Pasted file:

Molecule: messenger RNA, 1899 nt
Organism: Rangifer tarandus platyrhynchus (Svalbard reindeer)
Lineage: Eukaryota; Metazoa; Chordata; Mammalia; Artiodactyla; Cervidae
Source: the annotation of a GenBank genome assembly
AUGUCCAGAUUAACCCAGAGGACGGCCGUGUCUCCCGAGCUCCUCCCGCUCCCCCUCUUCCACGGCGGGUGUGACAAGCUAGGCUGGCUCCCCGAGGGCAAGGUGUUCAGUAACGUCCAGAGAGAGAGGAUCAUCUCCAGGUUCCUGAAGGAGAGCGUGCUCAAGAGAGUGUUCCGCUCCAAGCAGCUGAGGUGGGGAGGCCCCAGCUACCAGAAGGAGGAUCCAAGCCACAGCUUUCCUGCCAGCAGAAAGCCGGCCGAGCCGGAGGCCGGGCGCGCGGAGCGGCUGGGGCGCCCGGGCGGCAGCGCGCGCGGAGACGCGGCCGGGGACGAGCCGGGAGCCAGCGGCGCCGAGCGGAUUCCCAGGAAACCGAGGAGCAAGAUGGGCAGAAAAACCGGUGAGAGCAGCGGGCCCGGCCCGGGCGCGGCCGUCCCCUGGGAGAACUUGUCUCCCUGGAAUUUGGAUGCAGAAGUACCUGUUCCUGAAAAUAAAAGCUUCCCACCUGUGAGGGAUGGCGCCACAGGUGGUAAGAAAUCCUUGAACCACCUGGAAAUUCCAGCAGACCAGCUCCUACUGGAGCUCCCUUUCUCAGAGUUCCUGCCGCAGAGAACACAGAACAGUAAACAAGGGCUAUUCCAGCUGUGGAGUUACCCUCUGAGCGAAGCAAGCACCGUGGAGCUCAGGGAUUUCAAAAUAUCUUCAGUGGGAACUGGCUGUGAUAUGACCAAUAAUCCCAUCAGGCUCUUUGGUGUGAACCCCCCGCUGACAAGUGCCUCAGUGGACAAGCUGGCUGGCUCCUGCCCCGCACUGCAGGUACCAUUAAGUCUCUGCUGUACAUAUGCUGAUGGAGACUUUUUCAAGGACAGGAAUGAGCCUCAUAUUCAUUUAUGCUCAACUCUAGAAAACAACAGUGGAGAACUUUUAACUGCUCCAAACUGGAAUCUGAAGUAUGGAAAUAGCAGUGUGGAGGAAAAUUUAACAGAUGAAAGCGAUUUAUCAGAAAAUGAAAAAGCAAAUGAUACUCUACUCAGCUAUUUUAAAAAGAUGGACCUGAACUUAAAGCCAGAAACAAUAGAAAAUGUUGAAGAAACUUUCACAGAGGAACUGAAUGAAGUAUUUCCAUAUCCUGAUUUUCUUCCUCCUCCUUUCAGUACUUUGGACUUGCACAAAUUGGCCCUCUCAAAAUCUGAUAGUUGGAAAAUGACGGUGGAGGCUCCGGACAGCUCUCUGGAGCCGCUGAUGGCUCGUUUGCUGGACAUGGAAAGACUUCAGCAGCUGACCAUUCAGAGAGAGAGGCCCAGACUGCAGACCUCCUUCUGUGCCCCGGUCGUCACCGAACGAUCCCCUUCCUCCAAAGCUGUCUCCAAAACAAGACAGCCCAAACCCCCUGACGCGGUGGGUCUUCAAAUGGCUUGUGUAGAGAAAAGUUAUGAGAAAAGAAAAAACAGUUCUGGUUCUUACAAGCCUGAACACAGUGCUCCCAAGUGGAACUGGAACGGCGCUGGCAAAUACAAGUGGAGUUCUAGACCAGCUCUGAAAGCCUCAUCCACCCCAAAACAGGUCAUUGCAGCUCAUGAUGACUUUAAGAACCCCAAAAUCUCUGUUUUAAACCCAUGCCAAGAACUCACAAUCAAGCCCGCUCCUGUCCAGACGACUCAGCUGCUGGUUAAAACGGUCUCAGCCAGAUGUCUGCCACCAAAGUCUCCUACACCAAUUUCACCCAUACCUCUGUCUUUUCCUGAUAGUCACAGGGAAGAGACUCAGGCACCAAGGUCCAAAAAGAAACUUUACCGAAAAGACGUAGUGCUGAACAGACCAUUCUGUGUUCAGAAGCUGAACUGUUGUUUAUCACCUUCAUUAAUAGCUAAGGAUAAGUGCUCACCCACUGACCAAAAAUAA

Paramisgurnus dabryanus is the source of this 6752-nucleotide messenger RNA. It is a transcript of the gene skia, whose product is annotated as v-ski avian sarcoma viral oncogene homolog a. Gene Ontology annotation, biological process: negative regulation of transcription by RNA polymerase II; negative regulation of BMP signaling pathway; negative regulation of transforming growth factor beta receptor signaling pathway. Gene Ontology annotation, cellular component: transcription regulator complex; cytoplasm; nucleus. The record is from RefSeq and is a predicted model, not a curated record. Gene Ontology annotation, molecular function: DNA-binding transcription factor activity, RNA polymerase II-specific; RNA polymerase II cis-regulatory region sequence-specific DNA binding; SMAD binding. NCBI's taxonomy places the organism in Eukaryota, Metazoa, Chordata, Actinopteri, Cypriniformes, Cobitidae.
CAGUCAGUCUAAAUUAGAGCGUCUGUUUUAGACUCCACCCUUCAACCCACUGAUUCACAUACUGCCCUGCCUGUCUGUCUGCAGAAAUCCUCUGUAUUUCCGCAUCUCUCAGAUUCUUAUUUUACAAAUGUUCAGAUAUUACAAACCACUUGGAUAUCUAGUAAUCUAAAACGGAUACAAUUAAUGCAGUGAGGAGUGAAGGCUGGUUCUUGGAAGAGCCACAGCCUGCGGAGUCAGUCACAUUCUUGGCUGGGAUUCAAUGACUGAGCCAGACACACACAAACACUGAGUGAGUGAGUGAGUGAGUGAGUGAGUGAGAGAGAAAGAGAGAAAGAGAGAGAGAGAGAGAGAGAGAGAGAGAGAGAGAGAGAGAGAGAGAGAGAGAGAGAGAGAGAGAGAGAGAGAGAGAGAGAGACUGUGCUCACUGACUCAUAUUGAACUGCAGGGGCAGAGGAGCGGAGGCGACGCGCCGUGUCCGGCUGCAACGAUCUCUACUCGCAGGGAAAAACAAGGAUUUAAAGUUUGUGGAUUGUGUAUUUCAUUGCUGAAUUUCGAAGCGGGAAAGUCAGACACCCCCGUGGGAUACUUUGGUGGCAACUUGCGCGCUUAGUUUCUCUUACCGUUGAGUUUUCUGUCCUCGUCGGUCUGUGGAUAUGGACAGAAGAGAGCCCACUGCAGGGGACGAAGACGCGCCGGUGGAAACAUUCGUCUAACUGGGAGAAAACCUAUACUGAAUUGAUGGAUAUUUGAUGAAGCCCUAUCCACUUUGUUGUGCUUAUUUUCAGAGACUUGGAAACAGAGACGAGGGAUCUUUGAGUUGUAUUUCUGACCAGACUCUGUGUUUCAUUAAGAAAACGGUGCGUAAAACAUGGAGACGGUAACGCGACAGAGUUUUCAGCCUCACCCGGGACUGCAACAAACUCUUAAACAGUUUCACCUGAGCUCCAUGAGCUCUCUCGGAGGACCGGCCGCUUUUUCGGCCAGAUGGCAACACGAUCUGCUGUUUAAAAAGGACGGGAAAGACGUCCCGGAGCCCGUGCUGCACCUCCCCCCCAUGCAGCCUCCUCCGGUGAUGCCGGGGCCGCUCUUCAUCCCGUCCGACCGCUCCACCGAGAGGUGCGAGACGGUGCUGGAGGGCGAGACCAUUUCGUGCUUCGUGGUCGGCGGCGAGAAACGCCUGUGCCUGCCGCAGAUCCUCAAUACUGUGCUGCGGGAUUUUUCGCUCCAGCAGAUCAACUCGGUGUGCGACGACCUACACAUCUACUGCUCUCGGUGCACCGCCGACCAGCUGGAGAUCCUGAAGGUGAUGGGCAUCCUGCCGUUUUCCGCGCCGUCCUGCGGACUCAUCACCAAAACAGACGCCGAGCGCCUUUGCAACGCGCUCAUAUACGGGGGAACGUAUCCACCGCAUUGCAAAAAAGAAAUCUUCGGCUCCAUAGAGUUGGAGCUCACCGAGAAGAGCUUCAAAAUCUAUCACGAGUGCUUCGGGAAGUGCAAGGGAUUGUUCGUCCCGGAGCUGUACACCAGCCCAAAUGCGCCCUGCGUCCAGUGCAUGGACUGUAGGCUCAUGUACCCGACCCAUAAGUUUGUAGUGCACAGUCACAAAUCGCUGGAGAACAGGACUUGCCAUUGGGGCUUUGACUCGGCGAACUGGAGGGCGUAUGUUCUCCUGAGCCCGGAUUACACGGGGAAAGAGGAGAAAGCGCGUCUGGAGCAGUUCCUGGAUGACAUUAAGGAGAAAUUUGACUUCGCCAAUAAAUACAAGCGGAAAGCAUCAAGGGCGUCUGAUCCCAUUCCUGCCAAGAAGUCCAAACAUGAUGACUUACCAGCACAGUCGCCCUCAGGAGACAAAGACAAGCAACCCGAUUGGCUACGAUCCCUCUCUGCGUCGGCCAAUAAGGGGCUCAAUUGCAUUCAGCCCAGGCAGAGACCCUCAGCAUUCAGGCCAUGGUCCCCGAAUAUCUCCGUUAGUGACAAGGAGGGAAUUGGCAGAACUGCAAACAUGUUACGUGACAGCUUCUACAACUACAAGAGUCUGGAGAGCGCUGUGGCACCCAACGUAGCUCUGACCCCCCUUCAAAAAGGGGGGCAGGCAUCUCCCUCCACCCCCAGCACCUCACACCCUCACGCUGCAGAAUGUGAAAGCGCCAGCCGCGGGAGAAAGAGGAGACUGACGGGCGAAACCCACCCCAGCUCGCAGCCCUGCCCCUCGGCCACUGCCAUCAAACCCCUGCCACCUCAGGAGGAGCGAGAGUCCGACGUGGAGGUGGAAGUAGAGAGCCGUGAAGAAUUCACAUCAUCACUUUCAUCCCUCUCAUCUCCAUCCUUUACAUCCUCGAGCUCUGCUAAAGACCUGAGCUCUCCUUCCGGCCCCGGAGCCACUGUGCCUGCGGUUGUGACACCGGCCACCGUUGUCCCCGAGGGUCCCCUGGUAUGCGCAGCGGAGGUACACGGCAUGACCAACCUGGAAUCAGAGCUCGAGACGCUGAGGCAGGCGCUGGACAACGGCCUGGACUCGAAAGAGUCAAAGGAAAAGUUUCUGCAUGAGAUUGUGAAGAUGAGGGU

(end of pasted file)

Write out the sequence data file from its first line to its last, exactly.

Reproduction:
Molecule: messenger RNA, 1899 nt
Organism: Rangifer tarandus platyrhynchus (Svalbard reindeer)
Lineage: Eukaryota; Metazoa; Chordata; Mammalia; Artiodactyla; Cervidae
Source: the annotation of a GenBank genome assembly
AUGUCCAGAUUAACCCAGAGGACGGCCGUGUCUCCCGAGCUCCUCCCGCUCCCCCUCUUCCACGGCGGGUGUGACAAGCUAGGCUGGCUCCCCGAGGGCAAGGUGUUCAGUAACGUCCAGAGAGAGAGGAUCAUCUCCAGGUUCCUGAAGGAGAGCGUGCUCAAGAGAGUGUUCCGCUCCAAGCAGCUGAGGUGGGGAGGCCCCAGCUACCAGAAGGAGGAUCCAAGCCACAGCUUUCCUGCCAGCAGAAAGCCGGCCGAGCCGGAGGCCGGGCGCGCGGAGCGGCUGGGGCGCCCGGGCGGCAGCGCGCGCGGAGACGCGGCCGGGGACGAGCCGGGAGCCAGCGGCGCCGAGCGGAUUCCCAGGAAACCGAGGAGCAAGAUGGGCAGAAAAACCGGUGAGAGCAGCGGGCCCGGCCCGGGCGCGGCCGUCCCCUGGGAGAACUUGUCUCCCUGGAAUUUGGAUGCAGAAGUACCUGUUCCUGAAAAUAAAAGCUUCCCACCUGUGAGGGAUGGCGCCACAGGUGGUAAGAAAUCCUUGAACCACCUGGAAAUUCCAGCAGACCAGCUCCUACUGGAGCUCCCUUUCUCAGAGUUCCUGCCGCAGAGAACACAGAACAGUAAACAAGGGCUAUUCCAGCUGUGGAGUUACCCUCUGAGCGAAGCAAGCACCGUGGAGCUCAGGGAUUUCAAAAUAUCUUCAGUGGGAACUGGCUGUGAUAUGACCAAUAAUCCCAUCAGGCUCUUUGGUGUGAACCCCCCGCUGACAAGUGCCUCAGUGGACAAGCUGGCUGGCUCCUGCCCCGCACUGCAGGUACCAUUAAGUCUCUGCUGUACAUAUGCUGAUGGAGACUUUUUCAAGGACAGGAAUGAGCCUCAUAUUCAUUUAUGCUCAACUCUAGAAAACAACAGUGGAGAACUUUUAACUGCUCCAAACUGGAAUCUGAAGUAUGGAAAUAGCAGUGUGGAGGAAAAUUUAACAGAUGAAAGCGAUUUAUCAGAAAAUGAAAAAGCAAAUGAUACUCUACUCAGCUAUUUUAAAAAGAUGGACCUGAACUUAAAGCCAGAAACAAUAGAAAAUGUUGAAGAAACUUUCACAGAGGAACUGAAUGAAGUAUUUCCAUAUCCUGAUUUUCUUCCUCCUCCUUUCAGUACUUUGGACUUGCACAAAUUGGCCCUCUCAAAAUCUGAUAGUUGGAAAAUGACGGUGGAGGCUCCGGACAGCUCUCUGGAGCCGCUGAUGGCUCGUUUGCUGGACAUGGAAAGACUUCAGCAGCUGACCAUUCAGAGAGAGAGGCCCAGACUGCAGACCUCCUUCUGUGCCCCGGUCGUCACCGAACGAUCCCCUUCCUCCAAAGCUGUCUCCAAAACAAGACAGCCCAAACCCCCUGACGCGGUGGGUCUUCAAAUGGCUUGUGUAGAGAAAAGUUAUGAGAAAAGAAAAAACAGUUCUGGUUCUUACAAGCCUGAACACAGUGCUCCCAAGUGGAACUGGAACGGCGCUGGCAAAUACAAGUGGAGUUCUAGACCAGCUCUGAAAGCCUCAUCCACCCCAAAACAGGUCAUUGCAGCUCAUGAUGACUUUAAGAACCCCAAAAUCUCUGUUUUAAACCCAUGCCAAGAACUCACAAUCAAGCCCGCUCCUGUCCAGACGACUCAGCUGCUGGUUAAAACGGUCUCAGCCAGAUGUCUGCCACCAAAGUCUCCUACACCAAUUUCACCCAUACCUCUGUCUUUUCCUGAUAGUCACAGGGAAGAGACUCAGGCACCAAGGUCCAAAAAGAAACUUUACCGAAAAGACGUAGUGCUGAACAGACCAUUCUGUGUUCAGAAGCUGAACUGUUGUUUAUCACCUUCAUUAAUAGCUAAGGAUAAGUGCUCACCCACUGACCAAAAAUAA

Paramisgurnus dabryanus is the source of this 6752-nucleotide messenger RNA. It is a transcript of the gene skia, whose product is annotated as v-ski avian sarcoma viral oncogene homolog a. Gene Ontology annotation, biological process: negative regulation of transcription by RNA polymerase II; negative regulation of BMP signaling pathway; negative regulation of transforming growth factor beta receptor signaling pathway. Gene Ontology annotation, cellular component: transcription regulator complex; cytoplasm; nucleus. The record is from RefSeq and is a predicted model, not a curated record. Gene Ontology annotation, molecular function: DNA-binding transcription factor activity, RNA polymerase II-specific; RNA polymerase II cis-regulatory region sequence-specific DNA binding; SMAD binding. NCBI's taxonomy places the organism in Eukaryota, Metazoa, Chordata, Actinopteri, Cypriniformes, Cobitidae.
CAGUCAGUCUAAAUUAGAGCGUCUGUUUUAGACUCCACCCUUCAACCCACUGAUUCACAUACUGCCCUGCCUGUCUGUCUGCAGAAAUCCUCUGUAUUUCCGCAUCUCUCAGAUUCUUAUUUUACAAAUGUUCAGAUAUUACAAACCACUUGGAUAUCUAGUAAUCUAAAACGGAUACAAUUAAUGCAGUGAGGAGUGAAGGCUGGUUCUUGGAAGAGCCACAGCCUGCGGAGUCAGUCACAUUCUUGGCUGGGAUUCAAUGACUGAGCCAGACACACACAAACACUGAGUGAGUGAGUGAGUGAGUGAGUGAGUGAGAGAGAAAGAGAGAAAGAGAGAGAGAGAGAGAGAGAGAGAGAGAGAGAGAGAGAGAGAGAGAGAGAGAGAGAGAGAGAGAGAGAGAGAGAGAGAGAGACUGUGCUCACUGACUCAUAUUGAACUGCAGGGGCAGAGGAGCGGAGGCGACGCGCCGUGUCCGGCUGCAACGAUCUCUACUCGCAGGGAAAAACAAGGAUUUAAAGUUUGUGGAUUGUGUAUUUCAUUGCUGAAUUUCGAAGCGGGAAAGUCAGACACCCCCGUGGGAUACUUUGGUGGCAACUUGCGCGCUUAGUUUCUCUUACCGUUGAGUUUUCUGUCCUCGUCGGUCUGUGGAUAUGGACAGAAGAGAGCCCACUGCAGGGGACGAAGACGCGCCGGUGGAAACAUUCGUCUAACUGGGAGAAAACCUAUACUGAAUUGAUGGAUAUUUGAUGAAGCCCUAUCCACUUUGUUGUGCUUAUUUUCAGAGACUUGGAAACAGAGACGAGGGAUCUUUGAGUUGUAUUUCUGACCAGACUCUGUGUUUCAUUAAGAAAACGGUGCGUAAAACAUGGAGACGGUAACGCGACAGAGUUUUCAGCCUCACCCGGGACUGCAACAAACUCUUAAACAGUUUCACCUGAGCUCCAUGAGCUCUCUCGGAGGACCGGCCGCUUUUUCGGCCAGAUGGCAACACGAUCUGCUGUUUAAAAAGGACGGGAAAGACGUCCCGGAGCCCGUGCUGCACCUCCCCCCCAUGCAGCCUCCUCCGGUGAUGCCGGGGCCGCUCUUCAUCCCGUCCGACCGCUCCACCGAGAGGUGCGAGACGGUGCUGGAGGGCGAGACCAUUUCGUGCUUCGUGGUCGGCGGCGAGAAACGCCUGUGCCUGCCGCAGAUCCUCAAUACUGUGCUGCGGGAUUUUUCGCUCCAGCAGAUCAACUCGGUGUGCGACGACCUACACAUCUACUGCUCUCGGUGCACCGCCGACCAGCUGGAGAUCCUGAAGGUGAUGGGCAUCCUGCCGUUUUCCGCGCCGUCCUGCGGACUCAUCACCAAAACAGACGCCGAGCGCCUUUGCAACGCGCUCAUAUACGGGGGAACGUAUCCACCGCAUUGCAAAAAAGAAAUCUUCGGCUCCAUAGAGUUGGAGCUCACCGAGAAGAGCUUCAAAAUCUAUCACGAGUGCUUCGGGAAGUGCAAGGGAUUGUUCGUCCCGGAGCUGUACACCAGCCCAAAUGCGCCCUGCGUCCAGUGCAUGGACUGUAGGCUCAUGUACCCGACCCAUAAGUUUGUAGUGCACAGUCACAAAUCGCUGGAGAACAGGACUUGCCAUUGGGGCUUUGACUCGGCGAACUGGAGGGCGUAUGUUCUCCUGAGCCCGGAUUACACGGGGAAAGAGGAGAAAGCGCGUCUGGAGCAGUUCCUGGAUGACAUUAAGGAGAAAUUUGACUUCGCCAAUAAAUACAAGCGGAAAGCAUCAAGGGCGUCUGAUCCCAUUCCUGCCAAGAAGUCCAAACAUGAUGACUUACCAGCACAGUCGCCCUCAGGAGACAAAGACAAGCAACCCGAUUGGCUACGAUCCCUCUCUGCGUCGGCCAAUAAGGGGCUCAAUUGCAUUCAGCCCAGGCAGAGACCCUCAGCAUUCAGGCCAUGGUCCCCGAAUAUCUCCGUUAGUGACAAGGAGGGAAUUGGCAGAACUGCAAACAUGUUACGUGACAGCUUCUACAACUACAAGAGUCUGGAGAGCGCUGUGGCACCCAACGUAGCUCUGACCCCCCUUCAAAAAGGGGGGCAGGCAUCUCCCUCCACCCCCAGCACCUCACACCCUCACGCUGCAGAAUGUGAAAGCGCCAGCCGCGGGAGAAAGAGGAGACUGACGGGCGAAACCCACCCCAGCUCGCAGCCCUGCCCCUCGGCCACUGCCAUCAAACCCCUGCCACCUCAGGAGGAGCGAGAGUCCGACGUGGAGGUGGAAGUAGAGAGCCGUGAAGAAUUCACAUCAUCACUUUCAUCCCUCUCAUCUCCAUCCUUUACAUCCUCGAGCUCUGCUAAAGACCUGAGCUCUCCUUCCGGCCCCGGAGCCACUGUGCCUGCGGUUGUGACACCGGCCACCGUUGUCCCCGAGGGUCCCCUGGUAUGCGCAGCGGAGGUACACGGCAUGACCAACCUGGAAUCAGAGCUCGAGACGCUGAGGCAGGCGCUGGACAACGGCCUGGACUCGAAAGAGUCAAAGGAAAAGUUUCUGCAUGAGAUUGUGAAGAUGAGGGU